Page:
Every day, all over the world, people are using airports and benefiting from their unique features without thinking for a minute about how much work has gone in to make airports the way they are. So for your benefit, here are some basic principles that you can follow to make your airport as much fun as Gatwick, as helpful as JFK or as well-organised as Brussels. Please note, however, that simply slavishly following these principles will not be enough to create the kind of special hell that is Paris CDG, or Aruba. You'll need to try harder...
1) The overall structure of the airport
Some people will tell you that 'size matters' and 'big is beautiful' are clichés. Don't listen to them. It's well known that the western population doesn't get enough exercise. We all need to walk more and the airport is the ideal place. Even better, many exercise-deficient passengers will be carrying heavy baggage, thus affording them the possibility to get a whole body workout. They may curse as they're sweating and panting, but they'll thank you for it later. It is possible to achieve distances of nearly 2km from the car park to the departure lounge. Transfers from one side of the airport to the other are an ideal opportunity to force a long walk or even a run/waddle if you can cut the time for the flight short enough. Stress makes the heart beat faster, as does running with small children and big cases. An exercised heart is a healthy heart.
Think to yourself - would Hitler have approved1?
Best practice examples - Brussels. Bordeaux. Schiphol. Changi. Heathrow.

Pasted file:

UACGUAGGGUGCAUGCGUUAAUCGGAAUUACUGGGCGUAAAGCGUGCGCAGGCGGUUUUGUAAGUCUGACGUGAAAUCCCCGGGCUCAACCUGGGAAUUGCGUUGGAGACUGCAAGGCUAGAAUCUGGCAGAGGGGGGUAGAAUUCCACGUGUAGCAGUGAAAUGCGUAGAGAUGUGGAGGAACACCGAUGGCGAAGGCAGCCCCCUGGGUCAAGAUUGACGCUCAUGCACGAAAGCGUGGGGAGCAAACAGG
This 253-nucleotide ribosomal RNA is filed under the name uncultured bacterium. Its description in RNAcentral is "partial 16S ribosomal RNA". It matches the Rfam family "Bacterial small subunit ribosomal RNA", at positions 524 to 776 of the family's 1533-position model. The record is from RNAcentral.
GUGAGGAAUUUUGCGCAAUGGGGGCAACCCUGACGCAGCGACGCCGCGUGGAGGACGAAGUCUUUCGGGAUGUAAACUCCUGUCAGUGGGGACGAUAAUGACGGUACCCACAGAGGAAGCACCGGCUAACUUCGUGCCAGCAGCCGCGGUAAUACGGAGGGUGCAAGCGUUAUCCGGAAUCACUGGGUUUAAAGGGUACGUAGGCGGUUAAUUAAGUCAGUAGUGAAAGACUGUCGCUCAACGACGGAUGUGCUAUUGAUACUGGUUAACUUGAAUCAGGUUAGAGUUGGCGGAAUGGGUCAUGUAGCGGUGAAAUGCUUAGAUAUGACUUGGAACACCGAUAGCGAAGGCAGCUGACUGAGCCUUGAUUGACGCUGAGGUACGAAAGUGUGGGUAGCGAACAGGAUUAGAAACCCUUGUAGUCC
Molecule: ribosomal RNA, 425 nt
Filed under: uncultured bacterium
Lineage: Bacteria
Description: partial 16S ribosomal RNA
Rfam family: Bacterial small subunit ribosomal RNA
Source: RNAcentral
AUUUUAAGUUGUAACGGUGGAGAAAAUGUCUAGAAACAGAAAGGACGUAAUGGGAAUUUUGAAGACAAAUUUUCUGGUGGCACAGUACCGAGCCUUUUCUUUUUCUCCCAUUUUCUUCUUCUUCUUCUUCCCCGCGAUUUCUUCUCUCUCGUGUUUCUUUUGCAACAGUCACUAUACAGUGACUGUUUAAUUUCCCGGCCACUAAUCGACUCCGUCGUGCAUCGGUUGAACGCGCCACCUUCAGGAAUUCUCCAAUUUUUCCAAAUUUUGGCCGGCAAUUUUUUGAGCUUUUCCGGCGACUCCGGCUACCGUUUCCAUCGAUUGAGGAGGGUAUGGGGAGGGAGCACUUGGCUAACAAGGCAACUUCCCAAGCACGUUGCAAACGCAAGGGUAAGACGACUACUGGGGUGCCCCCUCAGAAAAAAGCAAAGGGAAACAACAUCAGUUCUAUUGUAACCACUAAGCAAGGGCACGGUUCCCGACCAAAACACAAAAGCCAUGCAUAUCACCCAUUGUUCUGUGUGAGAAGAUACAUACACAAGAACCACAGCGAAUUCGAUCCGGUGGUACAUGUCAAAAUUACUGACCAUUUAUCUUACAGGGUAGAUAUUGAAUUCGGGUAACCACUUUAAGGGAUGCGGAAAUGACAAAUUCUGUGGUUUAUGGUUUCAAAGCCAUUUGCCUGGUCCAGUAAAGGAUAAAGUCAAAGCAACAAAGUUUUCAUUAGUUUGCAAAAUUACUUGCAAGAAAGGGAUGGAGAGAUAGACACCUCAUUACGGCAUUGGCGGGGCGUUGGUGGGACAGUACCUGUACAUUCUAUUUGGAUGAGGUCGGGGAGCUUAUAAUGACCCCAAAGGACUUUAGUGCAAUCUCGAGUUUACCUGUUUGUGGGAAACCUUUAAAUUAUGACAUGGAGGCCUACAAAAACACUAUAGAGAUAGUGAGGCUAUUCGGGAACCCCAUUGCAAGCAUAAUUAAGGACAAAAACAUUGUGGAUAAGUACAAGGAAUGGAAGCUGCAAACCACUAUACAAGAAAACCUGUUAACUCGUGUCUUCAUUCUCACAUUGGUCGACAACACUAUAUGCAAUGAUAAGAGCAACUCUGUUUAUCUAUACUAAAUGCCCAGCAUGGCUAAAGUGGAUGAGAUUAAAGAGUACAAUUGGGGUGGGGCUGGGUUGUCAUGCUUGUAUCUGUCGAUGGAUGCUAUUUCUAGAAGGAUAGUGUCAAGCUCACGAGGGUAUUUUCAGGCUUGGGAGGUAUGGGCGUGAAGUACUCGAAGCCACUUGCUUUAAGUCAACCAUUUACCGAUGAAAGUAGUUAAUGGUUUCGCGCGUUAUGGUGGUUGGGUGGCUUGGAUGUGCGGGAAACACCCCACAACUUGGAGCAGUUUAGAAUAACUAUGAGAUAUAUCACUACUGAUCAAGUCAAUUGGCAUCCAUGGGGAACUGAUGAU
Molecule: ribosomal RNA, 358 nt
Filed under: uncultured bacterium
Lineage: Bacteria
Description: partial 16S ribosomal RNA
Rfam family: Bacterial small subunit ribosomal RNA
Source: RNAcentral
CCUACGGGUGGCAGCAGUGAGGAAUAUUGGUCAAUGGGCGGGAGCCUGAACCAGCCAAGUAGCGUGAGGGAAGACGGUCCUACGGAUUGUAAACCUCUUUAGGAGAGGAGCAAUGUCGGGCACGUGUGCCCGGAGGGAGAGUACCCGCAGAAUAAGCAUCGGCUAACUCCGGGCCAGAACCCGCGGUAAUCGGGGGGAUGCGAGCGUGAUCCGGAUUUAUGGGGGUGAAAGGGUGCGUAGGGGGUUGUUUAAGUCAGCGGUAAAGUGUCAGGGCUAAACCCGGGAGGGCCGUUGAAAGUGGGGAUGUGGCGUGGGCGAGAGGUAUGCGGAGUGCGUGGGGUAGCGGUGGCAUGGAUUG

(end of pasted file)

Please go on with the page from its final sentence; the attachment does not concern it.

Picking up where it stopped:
The only exception to the rule of giganticism should be at check-in. The queues for four 747s will form intricate winding patterns, interwining with each other when forced into a 10M by 10M space. From a bird's-eye view it will look magnificent, like a nest of rattlesnakes. Send floor cleaning machines and other vehicles through at speed to shake things up a bit.
Best practice examples - Paris CDG. Lembang. Meru.
No. Those passengers aren't supposed to be seated. You'll have to put some chairs in just to break up all those cavernous spaces, but they should be hard. Wire mesh is good - that way any slovenly sleepers will wake up with their badge of shame blazened on them, in the shape of a waffle pattern imprinted on their flesh. Prevention is better than punishment though - put plenty of elbow-rests in so they can't lie down at all - they'll only fall asleep and miss their plane.
Best practice examples - Gatwick. Vienna. Dubai. Malaga
4) Food and drink
There should be at least one fizzy drink and chocolate-vending machine every five metres. After all that walking, passengers won't consume if they have to go any further. Pubs, bars and restaurants all have to be called 'Les aviateurs', 'Phileas Fogg' or themed vaguely with the local area. As this will be the only spot in the whole airport where smokers will be allowed to light up, the ventilation should be dreadful.2
Best practice examples - Gatwick. Heathrow. Paris CDG. Brussels.
5) Shopping facilities